Feb 25, 2013

Where I am

I will admit that once upon a time, in a not so distant past, I was miserable. Everything in my life seems to be falling apart and I didn't know what was the best way to handle it. It wasn't falling apart all at the same time, but it was cracking bit by bit and I could see it. But just because I could see it, doesn't mean I know how to deal with it.

I never did.

I don't think I ever did.

Right now I may seem like I'm just looking for ways to just get out and travel because I hate my life here. Wrong. I don't hate my life right now. I mean, it could be better but doesn't everybody think that way? Of course life could be better. But for what it's worth, what I have now is alright. It's not the best, but it's not the worst either.

I'm not miserable with where I am right now. I just know that there are more things out there for me to see, learn and experience.

Feb 19, 2013

"If you're not impulsive, you'll never get to travel"

Photo originally uploaded on Lonely Planet
Says my wise colleague, Tasnim.

And I am inclined to think there is some truth to that statement, despite knowing very well how impulsive behaviour can actually be a bad thing. But still, on Monday morning, the first thing I did when I got to the office was book my ticket to Bali, Indonesia, scheduled in June for a week.

I just got back from Bangkok, Thailand a couple of weeks ago and been experiencing some form of post travel blues. I found myself having nothing to talk about after I finished blogging about my Bangkok trip. Which was pretty depressing. And friends tell me that the only way to get over post travel depression is to plan your next one.

Which I did.

Bali isn't exactly somewhere I've always wanted to go up until recently. I swim like a fish but I've never been much of a beach person -- I loved the city too much. But lately the call of the surf has been calling out to me despite never having surfed a wave before in my life. Jordan wanted to take me surfing a few times before but it never took.

Photo originally uploaded on Lonely Planet
I am hoping that this time since I have booked my ticket to Bali, I will make it a point to learn how to surf finally and maybe surf alongside one of my bestest friends in the world.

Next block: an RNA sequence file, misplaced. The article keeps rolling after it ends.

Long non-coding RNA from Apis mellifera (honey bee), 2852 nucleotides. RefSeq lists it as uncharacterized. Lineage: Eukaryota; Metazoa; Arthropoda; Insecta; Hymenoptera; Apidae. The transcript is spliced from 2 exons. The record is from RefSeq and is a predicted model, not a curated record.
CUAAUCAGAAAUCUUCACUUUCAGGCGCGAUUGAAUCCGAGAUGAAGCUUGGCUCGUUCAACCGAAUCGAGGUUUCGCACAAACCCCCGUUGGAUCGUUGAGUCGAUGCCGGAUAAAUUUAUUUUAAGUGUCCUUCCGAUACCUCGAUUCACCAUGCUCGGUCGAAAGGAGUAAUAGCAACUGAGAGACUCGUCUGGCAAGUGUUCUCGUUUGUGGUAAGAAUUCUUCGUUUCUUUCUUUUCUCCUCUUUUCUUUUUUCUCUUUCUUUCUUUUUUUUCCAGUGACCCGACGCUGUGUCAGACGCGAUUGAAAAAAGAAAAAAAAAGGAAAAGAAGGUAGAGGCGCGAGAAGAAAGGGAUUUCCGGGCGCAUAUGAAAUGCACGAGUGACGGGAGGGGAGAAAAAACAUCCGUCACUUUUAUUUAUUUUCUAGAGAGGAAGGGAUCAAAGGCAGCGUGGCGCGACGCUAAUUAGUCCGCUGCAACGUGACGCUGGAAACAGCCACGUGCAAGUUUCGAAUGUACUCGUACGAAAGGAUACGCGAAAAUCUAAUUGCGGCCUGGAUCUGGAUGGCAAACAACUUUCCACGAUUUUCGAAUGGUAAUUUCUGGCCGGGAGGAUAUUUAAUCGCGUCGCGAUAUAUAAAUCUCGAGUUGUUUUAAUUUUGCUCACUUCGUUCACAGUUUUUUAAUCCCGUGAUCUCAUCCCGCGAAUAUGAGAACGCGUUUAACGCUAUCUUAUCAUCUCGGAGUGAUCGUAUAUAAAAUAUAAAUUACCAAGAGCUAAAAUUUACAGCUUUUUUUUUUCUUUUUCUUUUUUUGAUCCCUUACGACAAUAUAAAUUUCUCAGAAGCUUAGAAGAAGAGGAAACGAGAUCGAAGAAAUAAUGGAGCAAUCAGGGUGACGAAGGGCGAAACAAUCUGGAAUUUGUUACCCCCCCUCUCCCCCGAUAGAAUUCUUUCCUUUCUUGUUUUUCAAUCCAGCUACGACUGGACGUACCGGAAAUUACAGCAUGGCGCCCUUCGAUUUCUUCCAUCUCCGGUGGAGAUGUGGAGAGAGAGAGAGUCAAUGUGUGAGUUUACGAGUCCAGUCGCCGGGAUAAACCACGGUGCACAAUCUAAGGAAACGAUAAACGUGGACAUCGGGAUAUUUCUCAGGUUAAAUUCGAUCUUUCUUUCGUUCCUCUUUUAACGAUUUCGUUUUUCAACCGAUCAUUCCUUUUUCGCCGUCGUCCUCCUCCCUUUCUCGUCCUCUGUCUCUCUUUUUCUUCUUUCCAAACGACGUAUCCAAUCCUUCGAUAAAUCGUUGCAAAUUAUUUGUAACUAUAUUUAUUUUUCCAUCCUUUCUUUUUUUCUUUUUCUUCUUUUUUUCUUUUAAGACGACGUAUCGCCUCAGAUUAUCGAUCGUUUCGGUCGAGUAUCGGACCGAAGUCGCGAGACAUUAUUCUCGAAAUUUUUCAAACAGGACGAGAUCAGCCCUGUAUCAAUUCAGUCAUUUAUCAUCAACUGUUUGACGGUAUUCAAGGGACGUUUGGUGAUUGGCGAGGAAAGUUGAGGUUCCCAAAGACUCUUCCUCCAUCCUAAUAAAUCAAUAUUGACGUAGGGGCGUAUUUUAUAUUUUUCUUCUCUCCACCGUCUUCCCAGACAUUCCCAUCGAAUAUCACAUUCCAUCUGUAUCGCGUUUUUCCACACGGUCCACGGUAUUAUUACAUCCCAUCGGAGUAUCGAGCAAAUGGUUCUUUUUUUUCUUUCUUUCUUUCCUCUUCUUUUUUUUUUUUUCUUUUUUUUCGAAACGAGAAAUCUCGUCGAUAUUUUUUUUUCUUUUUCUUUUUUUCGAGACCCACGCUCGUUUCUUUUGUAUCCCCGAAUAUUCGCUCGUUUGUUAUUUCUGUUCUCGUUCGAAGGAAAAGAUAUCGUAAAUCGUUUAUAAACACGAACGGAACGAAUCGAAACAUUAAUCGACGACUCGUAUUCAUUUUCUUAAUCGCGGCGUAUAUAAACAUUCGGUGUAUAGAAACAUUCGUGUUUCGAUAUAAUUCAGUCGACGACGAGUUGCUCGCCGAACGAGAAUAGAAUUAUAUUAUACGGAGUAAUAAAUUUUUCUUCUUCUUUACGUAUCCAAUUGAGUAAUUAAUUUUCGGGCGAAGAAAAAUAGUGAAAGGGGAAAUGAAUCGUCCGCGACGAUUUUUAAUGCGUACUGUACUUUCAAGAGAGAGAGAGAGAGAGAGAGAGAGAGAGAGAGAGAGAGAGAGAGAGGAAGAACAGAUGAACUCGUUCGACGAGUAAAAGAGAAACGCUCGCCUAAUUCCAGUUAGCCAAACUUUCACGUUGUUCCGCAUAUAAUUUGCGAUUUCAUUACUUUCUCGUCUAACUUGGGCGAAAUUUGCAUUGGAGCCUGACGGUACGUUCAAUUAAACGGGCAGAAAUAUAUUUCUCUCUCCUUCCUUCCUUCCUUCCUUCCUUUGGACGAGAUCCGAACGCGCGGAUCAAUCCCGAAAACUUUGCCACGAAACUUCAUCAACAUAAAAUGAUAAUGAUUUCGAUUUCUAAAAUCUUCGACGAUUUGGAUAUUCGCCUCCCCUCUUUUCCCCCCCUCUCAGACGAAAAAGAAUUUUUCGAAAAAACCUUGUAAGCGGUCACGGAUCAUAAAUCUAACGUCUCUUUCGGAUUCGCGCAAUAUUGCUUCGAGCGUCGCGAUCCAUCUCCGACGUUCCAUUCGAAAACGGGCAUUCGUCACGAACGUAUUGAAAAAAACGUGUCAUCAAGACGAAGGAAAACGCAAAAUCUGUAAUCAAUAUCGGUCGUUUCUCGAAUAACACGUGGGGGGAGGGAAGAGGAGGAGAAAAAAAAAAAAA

The ticket was relatively cheap, even for a broke-ass poorfag like me. It was RM122 ($40) from Air Asia under their RM0 promotion. And when there's a ticket for less than RM200, you bloody well take it. Think about expenses later. I am going during the high season, and will be meeting others there but hey, Couchsurf like you mean it right? I'm actually contemplating on packing a tent just in case I get TOO broke and end up not having a place to stay Let's actually not think about that. For now at least.

I have well over 3 months to prepare myself financially and I suppose physically. Hey, I'll be on a beach. I think a pretty decent bikini body is in order.

So hey yeah thanks Air Asia for making me buy your cheap-ass tickets and regret it probably when I get home from the trip.

Purchasing flight ticket is slowly becoming addictive. Today I found myself dangerously close to buying a ticket to Vietnam for my birthday, but my low bank balance pulled me away from such trap.

Feb 10, 2013

The "holiday" portion of the trip (Days 6 & 7)

Being short on cash and planning to catch on some rest, I decided to stay in. I spent the day basically eating street food, watching TV and did some reading. I didn't manage to sleep in though, Koreans in my room were not the most stealth of people. I woke up around 9AM and took a shower and decided then what I was going to do with the rest of the day.

Which is eat, tv, book. Maybe a nap in between.

The hostel wasn't really that huge. The building was 4 floors, 3 with rooms, and an average of 4 rooms per floor. Some were 12 bed dorms, some were 8 bed dorms and limited private rooms. Why I'm describing the rooms is to establish the fact that it's easy to remember people's faces. During the first night there with the rooftop party, I think I met a little more than half the hostel occupants.

One guy stood out from the whole bunch. I think it was the red mohawk and the vine tattoos peeking out of his t-shirt sleeves. As much as I wanted to say hi, something about him felt a little intimidating. So I decided to shut up and just continued watching TV with a couple of other boys to avoid embarrassing myself in a foreign country.

Thomas secretly wants to be
a wizard.
Towards the evening, I got a little hungry so I decided to head out and get something to eat. I ran into him at the stairs and finally muster up enough courage to say hi. He introduced himself as Del. To my surprise, he was actually very pleasant.

You know it's a good party when
someone puts a cone on his head
I spent most of the evening on the roof talking to another guy, Thomas, who was also heading back home the next day. He's been away from London for a month and he just couldn't wait to go back home. Thomas is a fucking riot, I'm kinda bummed that I didn't get his Facebook details while we were there.

 A few hours passed, and the community once again grew. Not as epic as the night before, but it was a good size. But around midnight or so they decided that they were going to go to Khao San road to party. They invited me to join, seeing as it was my last night in Bangkok but I didn't feel like making the trip. So I stayed. Rooftop was empty so I went back down to the TV room.